Set (23) be zero, namely the first order condition equals to zero, and then we can obtain the optimal order quantity . Since , the optimal order quantity is calculated by(24)satisfying . Consequently it is the feasible solution of the retailer's optimal order quantity.
Similarly, we can get the first derivative of the supply chain's CVaR with respect to order quantity of (19), (20), (21) and (22).
- If , then
(25)Set (25) be zero and then we obtain the supply chain's optimal order quantity . Obviously, when , there is no feasible solution for . When , the optimal order quantity,(26)lies in the region, and therefore it is feasible. However, when , the solution doesn't satisfy (25), namely it doesn't fall in the range of . So we ignore it.
- If , then
Obviously, (28) is the same as (26). In addition, the other solution isn't in the region of , so we ignore it.
From the above analysis, the supply chain's optimal order quantity with the target of minimizing CVaR can be expressed as (26) or (28) in spite of the relation between and .
It is well known that if the supplier and the retailer are both risk neutral and maximizes their own profits, double marginalization will prevail. That is, the retailer's optimal order quantity is less than the integrated supply chain's. Additionally, reference  had also proved that the retailer's optimal order quantity is lower than supply chain's optimal order quantity when the supplier doesn't adopt buyback policy. When the supplier adopts buyback policy, that is, a part of demand risk is untaken by the supplier, the retailer will be urged to improve order quantity to reach supply chain's optimal order quantity. Then we can obtain the optimal buyback price expression of the supplier by making the retailer's optimal order quantity equal to the supply chain's. Thus it reaches supply chain's coordination.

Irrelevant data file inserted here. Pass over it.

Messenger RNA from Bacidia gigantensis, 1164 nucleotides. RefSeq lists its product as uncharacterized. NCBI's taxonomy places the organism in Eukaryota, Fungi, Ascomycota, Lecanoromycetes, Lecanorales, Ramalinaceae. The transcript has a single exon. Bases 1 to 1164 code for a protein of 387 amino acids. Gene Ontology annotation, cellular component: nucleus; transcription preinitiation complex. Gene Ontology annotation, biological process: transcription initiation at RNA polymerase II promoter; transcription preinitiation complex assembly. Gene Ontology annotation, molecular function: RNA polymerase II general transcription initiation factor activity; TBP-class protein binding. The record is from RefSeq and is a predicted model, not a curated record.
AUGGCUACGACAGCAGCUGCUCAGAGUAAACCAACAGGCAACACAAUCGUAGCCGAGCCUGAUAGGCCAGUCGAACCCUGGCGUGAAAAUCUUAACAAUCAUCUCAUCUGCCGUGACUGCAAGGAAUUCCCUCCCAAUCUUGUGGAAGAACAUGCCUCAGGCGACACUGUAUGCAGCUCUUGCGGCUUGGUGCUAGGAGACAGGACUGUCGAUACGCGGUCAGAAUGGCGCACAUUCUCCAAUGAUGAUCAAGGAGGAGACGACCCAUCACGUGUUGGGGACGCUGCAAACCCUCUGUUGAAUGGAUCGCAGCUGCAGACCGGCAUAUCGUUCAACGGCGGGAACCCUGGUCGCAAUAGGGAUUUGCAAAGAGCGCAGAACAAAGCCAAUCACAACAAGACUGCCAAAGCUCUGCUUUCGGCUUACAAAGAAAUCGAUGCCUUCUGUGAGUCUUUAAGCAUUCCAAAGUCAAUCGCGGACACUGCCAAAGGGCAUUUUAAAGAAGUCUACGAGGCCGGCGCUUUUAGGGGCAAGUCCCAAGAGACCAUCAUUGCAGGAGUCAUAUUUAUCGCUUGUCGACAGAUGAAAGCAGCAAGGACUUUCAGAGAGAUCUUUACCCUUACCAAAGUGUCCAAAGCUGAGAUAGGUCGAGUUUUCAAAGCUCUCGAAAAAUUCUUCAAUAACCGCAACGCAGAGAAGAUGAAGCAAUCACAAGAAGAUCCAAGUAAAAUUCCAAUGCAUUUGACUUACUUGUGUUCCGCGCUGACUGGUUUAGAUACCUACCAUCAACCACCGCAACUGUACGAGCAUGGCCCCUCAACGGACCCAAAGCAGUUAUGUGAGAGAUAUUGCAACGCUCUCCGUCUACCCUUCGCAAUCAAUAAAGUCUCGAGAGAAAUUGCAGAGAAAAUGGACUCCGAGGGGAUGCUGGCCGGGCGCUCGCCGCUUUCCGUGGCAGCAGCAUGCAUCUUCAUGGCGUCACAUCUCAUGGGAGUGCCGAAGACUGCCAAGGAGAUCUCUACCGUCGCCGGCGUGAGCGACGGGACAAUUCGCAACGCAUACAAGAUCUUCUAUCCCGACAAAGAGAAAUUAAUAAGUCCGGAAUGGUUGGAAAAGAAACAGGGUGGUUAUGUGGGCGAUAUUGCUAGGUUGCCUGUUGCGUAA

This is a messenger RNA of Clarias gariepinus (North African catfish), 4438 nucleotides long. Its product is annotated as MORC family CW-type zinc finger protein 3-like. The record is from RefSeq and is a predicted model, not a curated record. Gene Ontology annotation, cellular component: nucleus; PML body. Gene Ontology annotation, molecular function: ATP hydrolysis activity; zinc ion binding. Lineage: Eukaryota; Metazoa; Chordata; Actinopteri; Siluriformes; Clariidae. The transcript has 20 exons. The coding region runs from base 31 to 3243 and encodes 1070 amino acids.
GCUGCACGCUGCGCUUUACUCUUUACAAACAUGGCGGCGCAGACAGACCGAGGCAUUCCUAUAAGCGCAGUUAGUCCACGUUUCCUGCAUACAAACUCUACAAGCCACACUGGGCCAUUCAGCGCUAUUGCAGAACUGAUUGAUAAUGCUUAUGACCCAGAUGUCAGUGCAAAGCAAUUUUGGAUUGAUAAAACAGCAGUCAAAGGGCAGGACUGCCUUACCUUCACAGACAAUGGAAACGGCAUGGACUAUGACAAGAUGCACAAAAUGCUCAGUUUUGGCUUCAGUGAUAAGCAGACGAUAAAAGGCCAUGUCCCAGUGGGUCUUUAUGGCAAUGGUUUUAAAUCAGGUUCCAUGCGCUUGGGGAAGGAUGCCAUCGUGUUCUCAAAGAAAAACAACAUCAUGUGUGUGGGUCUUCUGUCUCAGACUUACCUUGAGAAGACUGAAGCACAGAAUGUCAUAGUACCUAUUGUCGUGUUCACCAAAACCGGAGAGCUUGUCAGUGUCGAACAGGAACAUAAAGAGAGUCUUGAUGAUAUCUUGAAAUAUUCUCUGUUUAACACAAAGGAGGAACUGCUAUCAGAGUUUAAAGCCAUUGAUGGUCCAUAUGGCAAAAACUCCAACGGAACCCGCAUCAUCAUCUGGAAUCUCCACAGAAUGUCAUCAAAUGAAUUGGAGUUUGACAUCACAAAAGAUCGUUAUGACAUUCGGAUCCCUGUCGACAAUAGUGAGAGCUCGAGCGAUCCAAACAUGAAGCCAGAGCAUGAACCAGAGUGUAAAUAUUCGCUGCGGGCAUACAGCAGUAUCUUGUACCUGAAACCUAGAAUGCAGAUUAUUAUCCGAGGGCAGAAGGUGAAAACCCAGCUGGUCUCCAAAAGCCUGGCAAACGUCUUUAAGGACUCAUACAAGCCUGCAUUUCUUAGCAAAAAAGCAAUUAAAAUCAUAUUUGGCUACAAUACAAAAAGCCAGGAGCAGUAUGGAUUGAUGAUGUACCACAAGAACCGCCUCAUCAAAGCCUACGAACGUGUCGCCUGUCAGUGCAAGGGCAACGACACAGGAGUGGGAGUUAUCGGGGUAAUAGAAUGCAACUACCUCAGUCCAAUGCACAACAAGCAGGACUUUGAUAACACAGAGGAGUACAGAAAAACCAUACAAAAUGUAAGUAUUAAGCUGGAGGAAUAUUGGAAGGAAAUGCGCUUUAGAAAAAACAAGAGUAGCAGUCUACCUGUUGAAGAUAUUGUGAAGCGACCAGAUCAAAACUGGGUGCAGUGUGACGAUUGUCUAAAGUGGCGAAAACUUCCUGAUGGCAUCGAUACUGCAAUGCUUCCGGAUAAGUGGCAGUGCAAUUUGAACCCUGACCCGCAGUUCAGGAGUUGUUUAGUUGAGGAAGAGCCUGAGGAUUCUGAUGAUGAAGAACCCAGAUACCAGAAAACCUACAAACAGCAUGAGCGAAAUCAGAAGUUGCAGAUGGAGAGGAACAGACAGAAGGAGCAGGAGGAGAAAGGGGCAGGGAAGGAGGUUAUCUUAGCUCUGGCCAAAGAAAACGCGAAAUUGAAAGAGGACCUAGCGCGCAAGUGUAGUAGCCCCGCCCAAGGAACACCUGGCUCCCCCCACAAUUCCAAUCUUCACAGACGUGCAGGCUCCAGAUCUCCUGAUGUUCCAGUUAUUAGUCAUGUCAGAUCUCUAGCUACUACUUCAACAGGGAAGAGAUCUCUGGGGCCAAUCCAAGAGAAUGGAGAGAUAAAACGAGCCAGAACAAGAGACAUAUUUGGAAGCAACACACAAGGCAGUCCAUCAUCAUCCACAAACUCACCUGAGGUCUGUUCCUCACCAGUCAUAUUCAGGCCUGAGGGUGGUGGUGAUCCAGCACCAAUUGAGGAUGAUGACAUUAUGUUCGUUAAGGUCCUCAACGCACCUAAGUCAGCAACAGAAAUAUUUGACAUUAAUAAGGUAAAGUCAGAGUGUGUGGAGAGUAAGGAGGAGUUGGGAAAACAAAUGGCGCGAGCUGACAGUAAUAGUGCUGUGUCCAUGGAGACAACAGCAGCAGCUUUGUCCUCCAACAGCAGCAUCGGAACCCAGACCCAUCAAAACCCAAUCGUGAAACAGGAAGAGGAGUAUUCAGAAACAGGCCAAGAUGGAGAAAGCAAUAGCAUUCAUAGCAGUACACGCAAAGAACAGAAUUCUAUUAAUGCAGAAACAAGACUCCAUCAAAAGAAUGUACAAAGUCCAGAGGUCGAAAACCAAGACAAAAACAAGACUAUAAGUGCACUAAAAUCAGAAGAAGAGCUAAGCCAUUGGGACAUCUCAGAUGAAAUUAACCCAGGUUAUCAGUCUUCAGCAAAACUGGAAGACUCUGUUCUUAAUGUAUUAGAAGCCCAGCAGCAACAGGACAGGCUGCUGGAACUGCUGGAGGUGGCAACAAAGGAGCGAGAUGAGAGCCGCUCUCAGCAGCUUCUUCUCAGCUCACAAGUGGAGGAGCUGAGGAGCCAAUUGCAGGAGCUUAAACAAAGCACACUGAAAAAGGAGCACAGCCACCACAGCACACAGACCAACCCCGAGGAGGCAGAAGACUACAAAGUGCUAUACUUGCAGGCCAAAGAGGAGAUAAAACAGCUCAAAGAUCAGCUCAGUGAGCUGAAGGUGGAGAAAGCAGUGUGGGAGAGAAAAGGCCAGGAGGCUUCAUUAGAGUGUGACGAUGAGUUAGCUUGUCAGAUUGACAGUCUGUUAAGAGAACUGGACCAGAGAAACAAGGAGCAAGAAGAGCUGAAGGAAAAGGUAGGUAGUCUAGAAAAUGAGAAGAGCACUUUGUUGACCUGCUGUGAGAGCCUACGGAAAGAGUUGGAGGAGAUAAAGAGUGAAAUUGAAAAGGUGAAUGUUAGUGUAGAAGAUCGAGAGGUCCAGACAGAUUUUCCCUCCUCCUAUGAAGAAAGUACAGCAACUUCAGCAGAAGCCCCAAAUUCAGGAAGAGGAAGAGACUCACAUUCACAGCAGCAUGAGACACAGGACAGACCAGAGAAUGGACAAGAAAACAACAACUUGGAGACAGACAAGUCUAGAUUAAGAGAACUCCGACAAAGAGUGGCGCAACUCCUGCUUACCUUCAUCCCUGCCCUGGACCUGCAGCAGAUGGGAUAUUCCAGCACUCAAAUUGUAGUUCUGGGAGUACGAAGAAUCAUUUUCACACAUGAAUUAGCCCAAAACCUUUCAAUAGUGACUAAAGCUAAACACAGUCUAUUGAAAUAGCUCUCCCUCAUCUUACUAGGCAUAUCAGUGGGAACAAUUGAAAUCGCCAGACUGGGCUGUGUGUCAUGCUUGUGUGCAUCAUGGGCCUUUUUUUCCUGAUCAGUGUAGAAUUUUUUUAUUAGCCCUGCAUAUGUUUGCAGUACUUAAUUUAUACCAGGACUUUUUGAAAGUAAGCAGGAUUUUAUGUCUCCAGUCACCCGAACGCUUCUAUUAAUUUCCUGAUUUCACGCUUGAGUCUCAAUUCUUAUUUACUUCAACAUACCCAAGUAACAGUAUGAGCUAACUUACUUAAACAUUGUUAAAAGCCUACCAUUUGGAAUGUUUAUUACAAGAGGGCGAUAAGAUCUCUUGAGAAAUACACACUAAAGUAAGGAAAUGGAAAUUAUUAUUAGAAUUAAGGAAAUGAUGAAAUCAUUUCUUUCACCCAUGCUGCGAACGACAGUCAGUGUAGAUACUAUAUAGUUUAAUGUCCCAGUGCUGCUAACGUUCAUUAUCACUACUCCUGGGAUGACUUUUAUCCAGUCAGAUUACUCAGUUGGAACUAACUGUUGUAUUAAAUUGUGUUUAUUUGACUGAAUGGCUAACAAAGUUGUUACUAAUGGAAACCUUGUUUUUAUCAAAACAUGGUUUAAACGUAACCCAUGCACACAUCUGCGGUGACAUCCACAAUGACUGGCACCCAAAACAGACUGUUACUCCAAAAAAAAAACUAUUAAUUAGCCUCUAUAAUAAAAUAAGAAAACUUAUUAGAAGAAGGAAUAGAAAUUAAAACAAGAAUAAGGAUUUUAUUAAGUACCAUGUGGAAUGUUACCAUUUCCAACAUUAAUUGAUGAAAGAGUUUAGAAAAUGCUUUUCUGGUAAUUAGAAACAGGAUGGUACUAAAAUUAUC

The supplier encourages the retailer's order quantity by buyback policy, and thus it reduces double marginalization effect and achieves supply chain coordination. Especially, when , it illustrates that the retailer and the supplier are both risk neutral, and CVaR minimization equals to expected profit maximization. Therefore, the retailer's optimal order quantity is , and the supply chain's optimal order quantity is . Thus the supplier's optimal buyback price satisfies . From the above analysis, we can get the following conclusions.
- is a strictly increasing function. Therefore is also an increasing function. Obviously, we have , , and thus we can get that the supply chain's optimal order quantity in risk neutrality is more than that in risk aversion. In another word, the optimal order quantity decreases as risk aversion degree of the retailer and the supplier increase.
- The expressions of the retailer's are (11) and (16). If , reaches minimum, and decreases as increases. Consequently, the retailer's CVaR in risk neutral is higher than that in risk-averse, and increases as the retailer's risk aversion degree increase. Furthermore, the increase in CVaR equals to negative profit's increase, namely profit's decrease. The regularity of the supplier's CVaR is similar to that.
- If , then the expression of the supplier's optimal buyback price yields the following form , and obviously it decreases as increases (Property1). Therefore we can conclude that the supplier's buyback price decreases as the supplier's risk aversion degree increases when the retailer is risk neutral. That is to say the risk which the risk-averse supplier is willing to share is less than the risk–neutral supplier does.